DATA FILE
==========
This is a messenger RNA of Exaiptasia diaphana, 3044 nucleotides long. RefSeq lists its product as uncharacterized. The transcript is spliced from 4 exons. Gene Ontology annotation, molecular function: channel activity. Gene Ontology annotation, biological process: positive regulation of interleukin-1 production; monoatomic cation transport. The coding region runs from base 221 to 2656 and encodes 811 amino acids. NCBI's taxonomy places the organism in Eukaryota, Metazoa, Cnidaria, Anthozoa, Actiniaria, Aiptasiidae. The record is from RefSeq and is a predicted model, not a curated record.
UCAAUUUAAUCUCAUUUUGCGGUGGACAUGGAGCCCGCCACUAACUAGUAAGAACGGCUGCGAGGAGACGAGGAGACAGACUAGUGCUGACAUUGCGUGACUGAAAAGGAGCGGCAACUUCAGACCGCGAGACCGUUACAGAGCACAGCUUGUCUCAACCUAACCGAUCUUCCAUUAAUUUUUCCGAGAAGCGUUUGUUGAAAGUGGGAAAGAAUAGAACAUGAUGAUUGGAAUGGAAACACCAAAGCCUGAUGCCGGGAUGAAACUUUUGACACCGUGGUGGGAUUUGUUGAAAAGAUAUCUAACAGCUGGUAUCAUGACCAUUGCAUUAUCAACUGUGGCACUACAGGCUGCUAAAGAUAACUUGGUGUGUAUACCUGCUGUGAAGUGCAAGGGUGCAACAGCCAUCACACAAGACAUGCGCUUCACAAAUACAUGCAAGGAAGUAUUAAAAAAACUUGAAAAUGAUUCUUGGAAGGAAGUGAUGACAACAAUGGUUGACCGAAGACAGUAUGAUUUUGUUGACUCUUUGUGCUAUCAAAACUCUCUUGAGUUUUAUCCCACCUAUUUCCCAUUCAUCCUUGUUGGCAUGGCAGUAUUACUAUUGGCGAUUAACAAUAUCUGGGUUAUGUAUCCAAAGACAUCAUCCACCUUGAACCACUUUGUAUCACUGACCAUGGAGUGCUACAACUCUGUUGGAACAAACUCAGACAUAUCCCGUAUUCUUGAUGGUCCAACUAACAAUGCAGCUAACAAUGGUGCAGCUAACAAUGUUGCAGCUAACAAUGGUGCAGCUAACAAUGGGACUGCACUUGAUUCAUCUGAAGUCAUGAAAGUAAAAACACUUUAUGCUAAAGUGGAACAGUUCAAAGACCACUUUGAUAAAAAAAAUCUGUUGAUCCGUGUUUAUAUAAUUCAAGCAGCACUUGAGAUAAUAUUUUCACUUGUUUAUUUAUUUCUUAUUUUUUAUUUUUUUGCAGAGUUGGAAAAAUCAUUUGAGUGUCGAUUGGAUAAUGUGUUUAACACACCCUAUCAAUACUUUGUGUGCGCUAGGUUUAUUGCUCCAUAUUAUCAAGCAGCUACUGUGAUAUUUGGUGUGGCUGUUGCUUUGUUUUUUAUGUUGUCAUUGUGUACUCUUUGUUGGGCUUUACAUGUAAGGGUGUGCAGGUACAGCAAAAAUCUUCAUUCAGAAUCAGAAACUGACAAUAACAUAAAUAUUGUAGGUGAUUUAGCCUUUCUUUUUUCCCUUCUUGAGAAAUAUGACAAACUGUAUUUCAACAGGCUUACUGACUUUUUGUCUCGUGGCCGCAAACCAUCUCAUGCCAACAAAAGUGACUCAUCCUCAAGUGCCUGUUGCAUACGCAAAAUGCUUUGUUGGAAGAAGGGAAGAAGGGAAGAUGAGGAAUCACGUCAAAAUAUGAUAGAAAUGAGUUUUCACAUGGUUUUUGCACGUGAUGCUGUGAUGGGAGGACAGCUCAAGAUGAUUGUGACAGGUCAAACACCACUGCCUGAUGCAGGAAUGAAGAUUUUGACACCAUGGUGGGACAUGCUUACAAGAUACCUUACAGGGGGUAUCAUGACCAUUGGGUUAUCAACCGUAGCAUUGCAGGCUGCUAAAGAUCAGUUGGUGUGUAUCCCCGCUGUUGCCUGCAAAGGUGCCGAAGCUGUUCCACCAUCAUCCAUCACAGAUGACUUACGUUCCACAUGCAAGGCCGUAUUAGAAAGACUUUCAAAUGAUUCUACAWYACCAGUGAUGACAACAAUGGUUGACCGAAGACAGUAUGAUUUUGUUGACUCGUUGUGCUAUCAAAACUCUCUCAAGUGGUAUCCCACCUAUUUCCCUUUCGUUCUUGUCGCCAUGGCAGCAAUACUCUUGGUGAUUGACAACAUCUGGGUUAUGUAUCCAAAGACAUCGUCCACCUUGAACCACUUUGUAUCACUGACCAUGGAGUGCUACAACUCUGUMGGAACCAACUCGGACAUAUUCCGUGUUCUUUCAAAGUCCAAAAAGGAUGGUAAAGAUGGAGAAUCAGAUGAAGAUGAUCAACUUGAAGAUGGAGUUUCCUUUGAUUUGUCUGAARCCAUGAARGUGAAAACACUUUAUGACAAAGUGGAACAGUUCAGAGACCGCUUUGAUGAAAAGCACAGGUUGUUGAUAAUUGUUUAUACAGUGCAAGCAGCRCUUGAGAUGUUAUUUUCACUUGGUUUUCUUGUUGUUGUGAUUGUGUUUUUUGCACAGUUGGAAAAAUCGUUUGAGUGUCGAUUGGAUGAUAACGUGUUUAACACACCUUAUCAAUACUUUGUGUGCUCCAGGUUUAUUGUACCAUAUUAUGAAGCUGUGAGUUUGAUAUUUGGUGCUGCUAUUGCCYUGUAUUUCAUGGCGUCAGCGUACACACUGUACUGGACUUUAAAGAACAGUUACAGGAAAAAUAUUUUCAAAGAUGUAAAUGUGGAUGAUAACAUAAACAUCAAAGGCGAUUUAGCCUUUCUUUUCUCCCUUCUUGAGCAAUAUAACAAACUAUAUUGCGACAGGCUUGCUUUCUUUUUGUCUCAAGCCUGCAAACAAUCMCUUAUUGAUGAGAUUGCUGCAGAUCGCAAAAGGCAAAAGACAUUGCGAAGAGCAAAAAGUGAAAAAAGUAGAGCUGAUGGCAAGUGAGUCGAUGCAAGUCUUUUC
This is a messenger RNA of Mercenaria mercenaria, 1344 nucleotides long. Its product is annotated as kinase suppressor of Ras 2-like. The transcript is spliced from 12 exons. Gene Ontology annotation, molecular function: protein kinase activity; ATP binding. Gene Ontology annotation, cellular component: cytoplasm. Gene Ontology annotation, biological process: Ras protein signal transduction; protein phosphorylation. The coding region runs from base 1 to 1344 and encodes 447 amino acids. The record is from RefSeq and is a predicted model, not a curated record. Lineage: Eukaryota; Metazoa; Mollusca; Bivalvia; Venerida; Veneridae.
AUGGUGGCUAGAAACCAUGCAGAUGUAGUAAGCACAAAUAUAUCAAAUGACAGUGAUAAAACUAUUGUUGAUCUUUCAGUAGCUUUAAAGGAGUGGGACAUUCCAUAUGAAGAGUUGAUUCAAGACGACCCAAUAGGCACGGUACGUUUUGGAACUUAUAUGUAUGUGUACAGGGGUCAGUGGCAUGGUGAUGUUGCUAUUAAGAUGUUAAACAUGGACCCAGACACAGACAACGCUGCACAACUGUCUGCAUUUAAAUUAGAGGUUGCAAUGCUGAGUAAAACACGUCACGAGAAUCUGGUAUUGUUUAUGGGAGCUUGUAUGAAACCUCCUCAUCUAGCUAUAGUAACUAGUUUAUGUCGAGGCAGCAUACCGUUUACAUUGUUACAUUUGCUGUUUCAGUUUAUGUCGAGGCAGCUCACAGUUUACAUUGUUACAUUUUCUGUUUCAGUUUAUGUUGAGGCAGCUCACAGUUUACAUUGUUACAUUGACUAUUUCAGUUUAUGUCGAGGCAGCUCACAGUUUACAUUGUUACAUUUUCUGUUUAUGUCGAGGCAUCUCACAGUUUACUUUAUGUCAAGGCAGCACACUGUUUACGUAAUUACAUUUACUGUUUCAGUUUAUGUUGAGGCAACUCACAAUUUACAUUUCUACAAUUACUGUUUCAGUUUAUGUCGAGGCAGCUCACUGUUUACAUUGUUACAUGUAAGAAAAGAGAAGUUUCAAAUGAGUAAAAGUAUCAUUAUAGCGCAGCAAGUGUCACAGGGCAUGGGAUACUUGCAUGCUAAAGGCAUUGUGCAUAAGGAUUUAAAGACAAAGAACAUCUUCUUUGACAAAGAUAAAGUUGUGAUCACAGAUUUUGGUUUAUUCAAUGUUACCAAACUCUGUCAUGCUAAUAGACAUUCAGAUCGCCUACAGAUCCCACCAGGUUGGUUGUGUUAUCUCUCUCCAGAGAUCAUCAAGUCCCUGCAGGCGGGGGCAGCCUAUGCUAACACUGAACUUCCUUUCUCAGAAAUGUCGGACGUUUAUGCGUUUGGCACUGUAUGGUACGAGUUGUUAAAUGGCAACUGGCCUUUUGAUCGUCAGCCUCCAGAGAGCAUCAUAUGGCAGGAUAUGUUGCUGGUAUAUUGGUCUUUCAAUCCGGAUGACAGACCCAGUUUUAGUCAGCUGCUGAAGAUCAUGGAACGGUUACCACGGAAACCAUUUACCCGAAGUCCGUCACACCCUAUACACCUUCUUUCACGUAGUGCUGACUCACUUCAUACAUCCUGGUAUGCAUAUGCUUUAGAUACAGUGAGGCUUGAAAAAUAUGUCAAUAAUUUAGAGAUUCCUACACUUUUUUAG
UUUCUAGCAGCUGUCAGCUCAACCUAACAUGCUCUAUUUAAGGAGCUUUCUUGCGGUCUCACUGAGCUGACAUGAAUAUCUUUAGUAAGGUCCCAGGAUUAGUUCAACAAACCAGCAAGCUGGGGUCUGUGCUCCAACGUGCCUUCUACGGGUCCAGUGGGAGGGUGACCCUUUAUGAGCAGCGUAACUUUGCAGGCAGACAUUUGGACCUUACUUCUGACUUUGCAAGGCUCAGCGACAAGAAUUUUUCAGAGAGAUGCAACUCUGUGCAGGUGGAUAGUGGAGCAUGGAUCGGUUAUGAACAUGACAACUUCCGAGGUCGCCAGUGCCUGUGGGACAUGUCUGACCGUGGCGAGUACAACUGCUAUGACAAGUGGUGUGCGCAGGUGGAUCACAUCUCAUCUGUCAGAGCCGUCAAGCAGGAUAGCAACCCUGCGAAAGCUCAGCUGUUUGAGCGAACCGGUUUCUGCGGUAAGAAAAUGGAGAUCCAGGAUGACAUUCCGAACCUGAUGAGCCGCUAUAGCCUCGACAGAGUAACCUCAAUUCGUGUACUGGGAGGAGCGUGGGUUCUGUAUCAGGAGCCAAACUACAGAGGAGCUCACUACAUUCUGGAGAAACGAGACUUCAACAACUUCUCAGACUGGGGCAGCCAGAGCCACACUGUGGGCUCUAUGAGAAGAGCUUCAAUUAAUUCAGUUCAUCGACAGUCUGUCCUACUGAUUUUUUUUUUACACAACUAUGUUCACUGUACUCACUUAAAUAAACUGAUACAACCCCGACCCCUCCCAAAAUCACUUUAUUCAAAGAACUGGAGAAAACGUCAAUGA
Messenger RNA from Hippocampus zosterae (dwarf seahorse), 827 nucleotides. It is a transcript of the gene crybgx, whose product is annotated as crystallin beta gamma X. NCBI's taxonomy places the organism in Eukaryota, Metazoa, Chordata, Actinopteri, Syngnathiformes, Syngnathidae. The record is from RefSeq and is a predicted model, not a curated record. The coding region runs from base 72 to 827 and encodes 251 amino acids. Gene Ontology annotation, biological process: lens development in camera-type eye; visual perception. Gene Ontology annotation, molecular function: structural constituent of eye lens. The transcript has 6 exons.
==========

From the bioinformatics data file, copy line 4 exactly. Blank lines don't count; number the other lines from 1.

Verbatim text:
AUGGUGGCUAGAAACCAUGCAGAUGUAGUAAGCACAAAUAUAUCAAAUGACAGUGAUAAAACUAUUGUUGAUCUUUCAGUAGCUUUAAAGGAGUGGGACAUUCCAUAUGAAGAGUUGAUUCAAGACGACCCAAUAGGCACGGUACGUUUUGGAACUUAUAUGUAUGUGUACAGGGGUCAGUGGCAUGGUGAUGUUGCUAUUAAGAUGUUAAACAUGGACCCAGACACAGACAACGCUGCACAACUGUCUGCAUUUAAAUUAGAGGUUGCAAUGCUGAGUAAAACACGUCACGAGAAUCUGGUAUUGUUUAUGGGAGCUUGUAUGAAACCUCCUCAUCUAGCUAUAGUAACUAGUUUAUGUCGAGGCAGCAUACCGUUUACAUUGUUACAUUUGCUGUUUCAGUUUAUGUCGAGGCAGCUCACAGUUUACAUUGUUACAUUUUCUGUUUCAGUUUAUGUUGAGGCAGCUCACAGUUUACAUUGUUACAUUGACUAUUUCAGUUUAUGUCGAGGCAGCUCACAGUUUACAUUGUUACAUUUUCUGUUUAUGUCGAGGCAUCUCACAGUUUACUUUAUGUCAAGGCAGCACACUGUUUACGUAAUUACAUUUACUGUUUCAGUUUAUGUUGAGGCAACUCACAAUUUACAUUUCUACAAUUACUGUUUCAGUUUAUGUCGAGGCAGCUCACUGUUUACAUUGUUACAUGUAAGAAAAGAGAAGUUUCAAAUGAGUAAAAGUAUCAUUAUAGCGCAGCAAGUGUCACAGGGCAUGGGAUACUUGCAUGCUAAAGGCAUUGUGCAUAAGGAUUUAAAGACAAAGAACAUCUUCUUUGACAAAGAUAAAGUUGUGAUCACAGAUUUUGGUUUAUUCAAUGUUACCAAACUCUGUCAUGCUAAUAGACAUUCAGAUCGCCUACAGAUCCCACCAGGUUGGUUGUGUUAUCUCUCUCCAGAGAUCAUCAAGUCCCUGCAGGCGGGGGCAGCCUAUGCUAACACUGAACUUCCUUUCUCAGAAAUGUCGGACGUUUAUGCGUUUGGCACUGUAUGGUACGAGUUGUUAAAUGGCAACUGGCCUUUUGAUCGUCAGCCUCCAGAGAGCAUCAUAUGGCAGGAUAUGUUGCUGGUAUAUUGGUCUUUCAAUCCGGAUGACAGACCCAGUUUUAGUCAGCUGCUGAAGAUCAUGGAACGGUUACCACGGAAACCAUUUACCCGAAGUCCGUCACACCCUAUACACCUUCUUUCACGUAGUGCUGACUCACUUCAUACAUCCUGGUAUGCAUAUGCUUUAGAUACAGUGAGGCUUGAAAAAUAUGUCAAUAAUUUAGAGAUUCCUACACUUUUUUAG